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Variceal bleeding refers to the occurrence of bleeding from enlarged and fragile blood vessels called varices. Varices are most commonly found in the esophagus and stomach, but they can also occur in other parts of the gastrointestinal (GI) tract, such as the rectum. Varices develop when there is increased pressure in the portal vein, the large vein that carries blood from the digestive organs to the liver. This increased pressure can result from liver cirrhosis or other conditions that cause portal hypertension.
The most common cause of variceal bleeding is cirrhosis of the liver. In cirrhosis, the liver undergoes extensive scarring and becomes nodular, disrupting normal blood flow within the liver and leading to increased portal vein pressure. However, other conditions that cause portal hypertension, such as portal vein thrombosis, Budd-Chiari syndrome, and schistosomiasis, can also lead to varices and variceal bleeding.
Aortic dissections usually occur due to weaknesses in the inner layer of the aortic wall. Factors that can contribute to the development of aortic dissections include:
Symptoms of variceal bleeding can vary depending on the severity of the bleed but may include:
1. Vomiting of bright red blood or “coffee ground” material (partially digested blood).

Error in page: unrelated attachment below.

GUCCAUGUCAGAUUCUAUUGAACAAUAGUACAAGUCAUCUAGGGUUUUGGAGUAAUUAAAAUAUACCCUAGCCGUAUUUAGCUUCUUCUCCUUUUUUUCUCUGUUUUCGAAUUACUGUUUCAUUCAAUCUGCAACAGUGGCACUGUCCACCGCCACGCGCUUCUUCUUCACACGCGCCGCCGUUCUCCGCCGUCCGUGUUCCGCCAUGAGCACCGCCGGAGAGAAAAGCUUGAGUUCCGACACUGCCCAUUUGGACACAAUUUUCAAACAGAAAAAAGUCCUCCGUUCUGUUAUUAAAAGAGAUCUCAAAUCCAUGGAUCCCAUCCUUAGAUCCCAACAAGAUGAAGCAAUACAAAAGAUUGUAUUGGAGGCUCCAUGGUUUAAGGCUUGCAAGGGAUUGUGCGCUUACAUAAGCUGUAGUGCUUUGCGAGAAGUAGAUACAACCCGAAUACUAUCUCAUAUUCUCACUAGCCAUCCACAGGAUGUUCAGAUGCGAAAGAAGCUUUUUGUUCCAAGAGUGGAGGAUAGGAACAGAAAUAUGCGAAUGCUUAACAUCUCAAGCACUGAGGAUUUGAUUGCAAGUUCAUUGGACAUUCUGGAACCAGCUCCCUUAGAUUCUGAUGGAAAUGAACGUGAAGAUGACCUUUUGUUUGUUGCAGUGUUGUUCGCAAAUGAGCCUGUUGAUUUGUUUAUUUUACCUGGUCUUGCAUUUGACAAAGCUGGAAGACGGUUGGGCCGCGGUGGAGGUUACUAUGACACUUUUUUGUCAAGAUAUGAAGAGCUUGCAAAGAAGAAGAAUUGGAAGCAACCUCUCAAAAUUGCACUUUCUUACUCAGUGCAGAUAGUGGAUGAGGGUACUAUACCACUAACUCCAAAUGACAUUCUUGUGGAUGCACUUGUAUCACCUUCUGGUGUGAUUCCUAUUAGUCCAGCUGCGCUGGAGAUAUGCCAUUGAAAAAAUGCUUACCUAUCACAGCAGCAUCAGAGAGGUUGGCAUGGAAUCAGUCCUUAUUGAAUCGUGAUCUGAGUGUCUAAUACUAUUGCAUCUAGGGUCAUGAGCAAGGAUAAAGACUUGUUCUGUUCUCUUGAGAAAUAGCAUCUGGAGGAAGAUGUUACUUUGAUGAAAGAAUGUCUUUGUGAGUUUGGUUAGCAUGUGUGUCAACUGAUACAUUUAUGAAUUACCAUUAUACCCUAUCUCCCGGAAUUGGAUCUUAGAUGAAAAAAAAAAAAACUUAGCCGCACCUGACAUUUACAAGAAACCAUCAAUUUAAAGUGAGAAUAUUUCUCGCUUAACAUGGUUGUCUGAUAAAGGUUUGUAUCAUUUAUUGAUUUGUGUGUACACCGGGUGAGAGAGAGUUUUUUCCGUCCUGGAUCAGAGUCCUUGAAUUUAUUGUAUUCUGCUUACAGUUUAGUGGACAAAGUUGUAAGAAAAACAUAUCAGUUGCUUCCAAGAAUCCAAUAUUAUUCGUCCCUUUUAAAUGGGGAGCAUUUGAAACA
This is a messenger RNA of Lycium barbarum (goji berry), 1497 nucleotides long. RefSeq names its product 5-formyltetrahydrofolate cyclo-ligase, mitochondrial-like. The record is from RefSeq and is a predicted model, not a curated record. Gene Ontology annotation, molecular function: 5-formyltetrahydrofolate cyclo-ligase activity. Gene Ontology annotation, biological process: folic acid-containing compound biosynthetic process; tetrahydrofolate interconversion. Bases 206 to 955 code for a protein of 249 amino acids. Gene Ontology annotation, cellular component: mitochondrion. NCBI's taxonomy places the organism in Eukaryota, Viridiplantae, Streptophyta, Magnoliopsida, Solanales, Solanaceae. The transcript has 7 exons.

2. Passage of black, tarry stools (melena) due to the presence of digested blood in the stool.
3. Low blood pressure and rapid heart rate due to blood loss.
4. Weakness, lightheadedness, or fainting.
Variceal bleeding can be life-threatening and requires urgent medical attention.
Diagnosis of variceal bleeding is typically based on clinical presentation and confirmed by endoscopy, where a flexible tube with a camera (endoscope) is inserted into the esophagus and stomach to visualize and identify the varices.
Treatment for variceal bleeding aims to stop the bleeding, prevent rebleeding, and manage the underlying cause of portal hypertension. Treatment options may include:
Preventing variceal bleeding involves managing the underlying cause of portal hypertension, such as treating liver cirrhosis and other liver diseases. Additionally, lifestyle modifications such as avoiding alcohol, following a low-sodium diet, and taking medications as prescribed can help reduce the risk of complications.
If you suspect variceal bleeding or experience symptoms of severe GI bleeding, seek immediate medical attention. Early diagnosis and appropriate intervention can significantly improve outcomes and reduce the risk of complications.